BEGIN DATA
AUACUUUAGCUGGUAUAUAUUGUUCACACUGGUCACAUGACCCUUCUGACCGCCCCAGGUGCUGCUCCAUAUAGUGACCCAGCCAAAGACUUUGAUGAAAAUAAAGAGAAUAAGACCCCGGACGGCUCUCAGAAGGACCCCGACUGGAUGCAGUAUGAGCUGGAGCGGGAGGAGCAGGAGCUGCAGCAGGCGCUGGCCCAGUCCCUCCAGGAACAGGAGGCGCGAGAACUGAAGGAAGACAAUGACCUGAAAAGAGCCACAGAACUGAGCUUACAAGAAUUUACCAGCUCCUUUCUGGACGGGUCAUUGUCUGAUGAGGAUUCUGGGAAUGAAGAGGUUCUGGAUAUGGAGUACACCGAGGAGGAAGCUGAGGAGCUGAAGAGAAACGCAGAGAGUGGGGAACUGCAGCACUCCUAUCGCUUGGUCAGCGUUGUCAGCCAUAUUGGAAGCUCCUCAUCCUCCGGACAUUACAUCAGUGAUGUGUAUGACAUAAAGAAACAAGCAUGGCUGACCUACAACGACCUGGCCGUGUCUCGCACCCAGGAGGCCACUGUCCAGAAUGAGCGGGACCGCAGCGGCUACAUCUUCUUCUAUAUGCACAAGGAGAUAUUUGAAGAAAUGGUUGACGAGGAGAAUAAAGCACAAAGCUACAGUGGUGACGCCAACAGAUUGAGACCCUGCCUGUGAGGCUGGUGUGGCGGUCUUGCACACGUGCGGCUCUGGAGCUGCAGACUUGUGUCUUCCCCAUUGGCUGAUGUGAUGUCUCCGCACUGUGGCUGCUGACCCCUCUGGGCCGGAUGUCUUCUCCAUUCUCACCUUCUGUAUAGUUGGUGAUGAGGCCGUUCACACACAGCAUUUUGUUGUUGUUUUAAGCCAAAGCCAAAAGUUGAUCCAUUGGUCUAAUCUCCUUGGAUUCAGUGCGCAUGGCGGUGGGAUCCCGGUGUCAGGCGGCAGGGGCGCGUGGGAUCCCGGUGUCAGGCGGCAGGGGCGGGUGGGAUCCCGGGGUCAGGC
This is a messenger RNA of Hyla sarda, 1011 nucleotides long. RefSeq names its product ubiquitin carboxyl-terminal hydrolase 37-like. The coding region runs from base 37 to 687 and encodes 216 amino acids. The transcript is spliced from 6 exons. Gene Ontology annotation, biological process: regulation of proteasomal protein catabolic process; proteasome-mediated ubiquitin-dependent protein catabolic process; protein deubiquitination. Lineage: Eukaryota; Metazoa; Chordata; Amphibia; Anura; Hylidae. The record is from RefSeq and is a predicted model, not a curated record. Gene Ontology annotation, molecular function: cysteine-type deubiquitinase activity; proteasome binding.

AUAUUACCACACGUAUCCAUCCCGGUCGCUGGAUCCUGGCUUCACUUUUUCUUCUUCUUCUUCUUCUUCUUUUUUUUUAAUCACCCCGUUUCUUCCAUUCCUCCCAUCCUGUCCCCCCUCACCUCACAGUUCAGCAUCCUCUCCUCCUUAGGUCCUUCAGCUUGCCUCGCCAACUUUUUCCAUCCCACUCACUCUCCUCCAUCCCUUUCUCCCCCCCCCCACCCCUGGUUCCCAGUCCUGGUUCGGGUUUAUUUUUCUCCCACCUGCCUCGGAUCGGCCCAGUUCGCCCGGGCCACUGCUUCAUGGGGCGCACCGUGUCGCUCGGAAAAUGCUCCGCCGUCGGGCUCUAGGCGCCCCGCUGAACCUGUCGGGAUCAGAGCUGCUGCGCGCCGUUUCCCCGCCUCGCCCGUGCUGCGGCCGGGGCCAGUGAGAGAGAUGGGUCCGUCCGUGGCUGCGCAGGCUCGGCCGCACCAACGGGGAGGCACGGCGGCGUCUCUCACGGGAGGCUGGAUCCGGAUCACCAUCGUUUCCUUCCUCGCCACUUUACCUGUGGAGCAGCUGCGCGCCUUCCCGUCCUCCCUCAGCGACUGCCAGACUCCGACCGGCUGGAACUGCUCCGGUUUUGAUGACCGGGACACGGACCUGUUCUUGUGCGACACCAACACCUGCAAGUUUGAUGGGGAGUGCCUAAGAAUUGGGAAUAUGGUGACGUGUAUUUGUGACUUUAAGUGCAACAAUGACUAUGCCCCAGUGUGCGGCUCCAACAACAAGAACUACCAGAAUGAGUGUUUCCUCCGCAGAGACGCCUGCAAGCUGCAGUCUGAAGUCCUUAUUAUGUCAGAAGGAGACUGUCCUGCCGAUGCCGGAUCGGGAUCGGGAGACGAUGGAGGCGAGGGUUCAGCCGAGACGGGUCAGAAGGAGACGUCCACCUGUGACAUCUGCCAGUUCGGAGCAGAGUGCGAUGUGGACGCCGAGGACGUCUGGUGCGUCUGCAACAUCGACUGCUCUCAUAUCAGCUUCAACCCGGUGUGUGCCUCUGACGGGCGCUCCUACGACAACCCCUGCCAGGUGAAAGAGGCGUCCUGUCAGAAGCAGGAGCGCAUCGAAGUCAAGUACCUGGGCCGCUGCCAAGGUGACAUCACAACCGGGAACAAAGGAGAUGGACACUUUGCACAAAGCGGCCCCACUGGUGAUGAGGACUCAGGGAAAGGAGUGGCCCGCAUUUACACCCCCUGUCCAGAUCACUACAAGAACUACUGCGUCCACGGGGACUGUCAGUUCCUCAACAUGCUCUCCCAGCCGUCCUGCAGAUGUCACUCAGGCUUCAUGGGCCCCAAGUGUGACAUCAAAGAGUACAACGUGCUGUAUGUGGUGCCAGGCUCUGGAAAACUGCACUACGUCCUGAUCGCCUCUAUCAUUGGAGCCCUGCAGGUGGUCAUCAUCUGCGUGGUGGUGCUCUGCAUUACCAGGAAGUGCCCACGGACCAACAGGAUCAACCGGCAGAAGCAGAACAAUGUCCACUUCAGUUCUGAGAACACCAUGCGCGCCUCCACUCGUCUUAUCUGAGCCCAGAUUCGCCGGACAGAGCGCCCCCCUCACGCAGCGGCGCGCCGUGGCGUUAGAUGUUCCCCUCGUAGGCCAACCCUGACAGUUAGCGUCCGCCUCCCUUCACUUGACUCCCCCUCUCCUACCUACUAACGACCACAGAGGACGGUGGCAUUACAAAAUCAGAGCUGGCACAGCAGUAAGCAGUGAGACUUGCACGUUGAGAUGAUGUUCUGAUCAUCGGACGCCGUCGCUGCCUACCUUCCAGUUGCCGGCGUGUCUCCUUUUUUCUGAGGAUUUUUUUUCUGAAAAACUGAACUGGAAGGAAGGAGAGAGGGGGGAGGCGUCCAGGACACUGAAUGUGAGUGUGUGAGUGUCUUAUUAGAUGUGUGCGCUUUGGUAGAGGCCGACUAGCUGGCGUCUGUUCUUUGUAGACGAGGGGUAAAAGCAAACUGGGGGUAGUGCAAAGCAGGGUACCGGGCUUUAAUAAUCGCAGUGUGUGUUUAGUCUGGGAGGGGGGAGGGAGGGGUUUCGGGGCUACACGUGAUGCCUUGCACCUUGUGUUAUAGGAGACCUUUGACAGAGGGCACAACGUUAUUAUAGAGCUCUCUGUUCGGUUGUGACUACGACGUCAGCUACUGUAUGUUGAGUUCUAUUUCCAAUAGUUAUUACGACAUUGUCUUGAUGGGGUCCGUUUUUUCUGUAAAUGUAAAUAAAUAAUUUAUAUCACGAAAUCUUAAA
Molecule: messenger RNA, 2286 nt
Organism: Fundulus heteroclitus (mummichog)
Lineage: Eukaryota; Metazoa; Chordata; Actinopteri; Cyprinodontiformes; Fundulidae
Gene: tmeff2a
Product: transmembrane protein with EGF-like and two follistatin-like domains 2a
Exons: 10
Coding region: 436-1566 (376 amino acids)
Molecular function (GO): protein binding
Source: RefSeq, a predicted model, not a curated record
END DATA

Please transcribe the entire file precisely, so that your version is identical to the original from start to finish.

AUACUUUAGCUGGUAUAUAUUGUUCACACUGGUCACAUGACCCUUCUGACCGCCCCAGGUGCUGCUCCAUAUAGUGACCCAGCCAAAGACUUUGAUGAAAAUAAAGAGAAUAAGACCCCGGACGGCUCUCAGAAGGACCCCGACUGGAUGCAGUAUGAGCUGGAGCGGGAGGAGCAGGAGCUGCAGCAGGCGCUGGCCCAGUCCCUCCAGGAACAGGAGGCGCGAGAACUGAAGGAAGACAAUGACCUGAAAAGAGCCACAGAACUGAGCUUACAAGAAUUUACCAGCUCCUUUCUGGACGGGUCAUUGUCUGAUGAGGAUUCUGGGAAUGAAGAGGUUCUGGAUAUGGAGUACACCGAGGAGGAAGCUGAGGAGCUGAAGAGAAACGCAGAGAGUGGGGAACUGCAGCACUCCUAUCGCUUGGUCAGCGUUGUCAGCCAUAUUGGAAGCUCCUCAUCCUCCGGACAUUACAUCAGUGAUGUGUAUGACAUAAAGAAACAAGCAUGGCUGACCUACAACGACCUGGCCGUGUCUCGCACCCAGGAGGCCACUGUCCAGAAUGAGCGGGACCGCAGCGGCUACAUCUUCUUCUAUAUGCACAAGGAGAUAUUUGAAGAAAUGGUUGACGAGGAGAAUAAAGCACAAAGCUACAGUGGUGACGCCAACAGAUUGAGACCCUGCCUGUGAGGCUGGUGUGGCGGUCUUGCACACGUGCGGCUCUGGAGCUGCAGACUUGUGUCUUCCCCAUUGGCUGAUGUGAUGUCUCCGCACUGUGGCUGCUGACCCCUCUGGGCCGGAUGUCUUCUCCAUUCUCACCUUCUGUAUAGUUGGUGAUGAGGCCGUUCACACACAGCAUUUUGUUGUUGUUUUAAGCCAAAGCCAAAAGUUGAUCCAUUGGUCUAAUCUCCUUGGAUUCAGUGCGCAUGGCGGUGGGAUCCCGGUGUCAGGCGGCAGGGGCGCGUGGGAUCCCGGUGUCAGGCGGCAGGGGCGGGUGGGAUCCCGGGGUCAGGC
This is a messenger RNA of Hyla sarda, 1011 nucleotides long. RefSeq names its product ubiquitin carboxyl-terminal hydrolase 37-like. The coding region runs from base 37 to 687 and encodes 216 amino acids. The transcript is spliced from 6 exons. Gene Ontology annotation, biological process: regulation of proteasomal protein catabolic process; proteasome-mediated ubiquitin-dependent protein catabolic process; protein deubiquitination. Lineage: Eukaryota; Metazoa; Chordata; Amphibia; Anura; Hylidae. The record is from RefSeq and is a predicted model, not a curated record. Gene Ontology annotation, molecular function: cysteine-type deubiquitinase activity; proteasome binding.

AUAUUACCACACGUAUCCAUCCCGGUCGCUGGAUCCUGGCUUCACUUUUUCUUCUUCUUCUUCUUCUUCUUUUUUUUUAAUCACCCCGUUUCUUCCAUUCCUCCCAUCCUGUCCCCCCUCACCUCACAGUUCAGCAUCCUCUCCUCCUUAGGUCCUUCAGCUUGCCUCGCCAACUUUUUCCAUCCCACUCACUCUCCUCCAUCCCUUUCUCCCCCCCCCCACCCCUGGUUCCCAGUCCUGGUUCGGGUUUAUUUUUCUCCCACCUGCCUCGGAUCGGCCCAGUUCGCCCGGGCCACUGCUUCAUGGGGCGCACCGUGUCGCUCGGAAAAUGCUCCGCCGUCGGGCUCUAGGCGCCCCGCUGAACCUGUCGGGAUCAGAGCUGCUGCGCGCCGUUUCCCCGCCUCGCCCGUGCUGCGGCCGGGGCCAGUGAGAGAGAUGGGUCCGUCCGUGGCUGCGCAGGCUCGGCCGCACCAACGGGGAGGCACGGCGGCGUCUCUCACGGGAGGCUGGAUCCGGAUCACCAUCGUUUCCUUCCUCGCCACUUUACCUGUGGAGCAGCUGCGCGCCUUCCCGUCCUCCCUCAGCGACUGCCAGACUCCGACCGGCUGGAACUGCUCCGGUUUUGAUGACCGGGACACGGACCUGUUCUUGUGCGACACCAACACCUGCAAGUUUGAUGGGGAGUGCCUAAGAAUUGGGAAUAUGGUGACGUGUAUUUGUGACUUUAAGUGCAACAAUGACUAUGCCCCAGUGUGCGGCUCCAACAACAAGAACUACCAGAAUGAGUGUUUCCUCCGCAGAGACGCCUGCAAGCUGCAGUCUGAAGUCCUUAUUAUGUCAGAAGGAGACUGUCCUGCCGAUGCCGGAUCGGGAUCGGGAGACGAUGGAGGCGAGGGUUCAGCCGAGACGGGUCAGAAGGAGACGUCCACCUGUGACAUCUGCCAGUUCGGAGCAGAGUGCGAUGUGGACGCCGAGGACGUCUGGUGCGUCUGCAACAUCGACUGCUCUCAUAUCAGCUUCAACCCGGUGUGUGCCUCUGACGGGCGCUCCUACGACAACCCCUGCCAGGUGAAAGAGGCGUCCUGUCAGAAGCAGGAGCGCAUCGAAGUCAAGUACCUGGGCCGCUGCCAAGGUGACAUCACAACCGGGAACAAAGGAGAUGGACACUUUGCACAAAGCGGCCCCACUGGUGAUGAGGACUCAGGGAAAGGAGUGGCCCGCAUUUACACCCCCUGUCCAGAUCACUACAAGAACUACUGCGUCCACGGGGACUGUCAGUUCCUCAACAUGCUCUCCCAGCCGUCCUGCAGAUGUCACUCAGGCUUCAUGGGCCCCAAGUGUGACAUCAAAGAGUACAACGUGCUGUAUGUGGUGCCAGGCUCUGGAAAACUGCACUACGUCCUGAUCGCCUCUAUCAUUGGAGCCCUGCAGGUGGUCAUCAUCUGCGUGGUGGUGCUCUGCAUUACCAGGAAGUGCCCACGGACCAACAGGAUCAACCGGCAGAAGCAGAACAAUGUCCACUUCAGUUCUGAGAACACCAUGCGCGCCUCCACUCGUCUUAUCUGAGCCCAGAUUCGCCGGACAGAGCGCCCCCCUCACGCAGCGGCGCGCCGUGGCGUUAGAUGUUCCCCUCGUAGGCCAACCCUGACAGUUAGCGUCCGCCUCCCUUCACUUGACUCCCCCUCUCCUACCUACUAACGACCACAGAGGACGGUGGCAUUACAAAAUCAGAGCUGGCACAGCAGUAAGCAGUGAGACUUGCACGUUGAGAUGAUGUUCUGAUCAUCGGACGCCGUCGCUGCCUACCUUCCAGUUGCCGGCGUGUCUCCUUUUUUCUGAGGAUUUUUUUUCUGAAAAACUGAACUGGAAGGAAGGAGAGAGGGGGGAGGCGUCCAGGACACUGAAUGUGAGUGUGUGAGUGUCUUAUUAGAUGUGUGCGCUUUGGUAGAGGCCGACUAGCUGGCGUCUGUUCUUUGUAGACGAGGGGUAAAAGCAAACUGGGGGUAGUGCAAAGCAGGGUACCGGGCUUUAAUAAUCGCAGUGUGUGUUUAGUCUGGGAGGGGGGAGGGAGGGGUUUCGGGGCUACACGUGAUGCCUUGCACCUUGUGUUAUAGGAGACCUUUGACAGAGGGCACAACGUUAUUAUAGAGCUCUCUGUUCGGUUGUGACUACGACGUCAGCUACUGUAUGUUGAGUUCUAUUUCCAAUAGUUAUUACGACAUUGUCUUGAUGGGGUCCGUUUUUUCUGUAAAUGUAAAUAAAUAAUUUAUAUCACGAAAUCUUAAA
Molecule: messenger RNA, 2286 nt
Organism: Fundulus heteroclitus (mummichog)
Lineage: Eukaryota; Metazoa; Chordata; Actinopteri; Cyprinodontiformes; Fundulidae
Gene: tmeff2a
Product: transmembrane protein with EGF-like and two follistatin-like domains 2a
Exons: 10
Coding region: 436-1566 (376 amino acids)
Molecular function (GO): protein binding
Source: RefSeq, a predicted model, not a curated record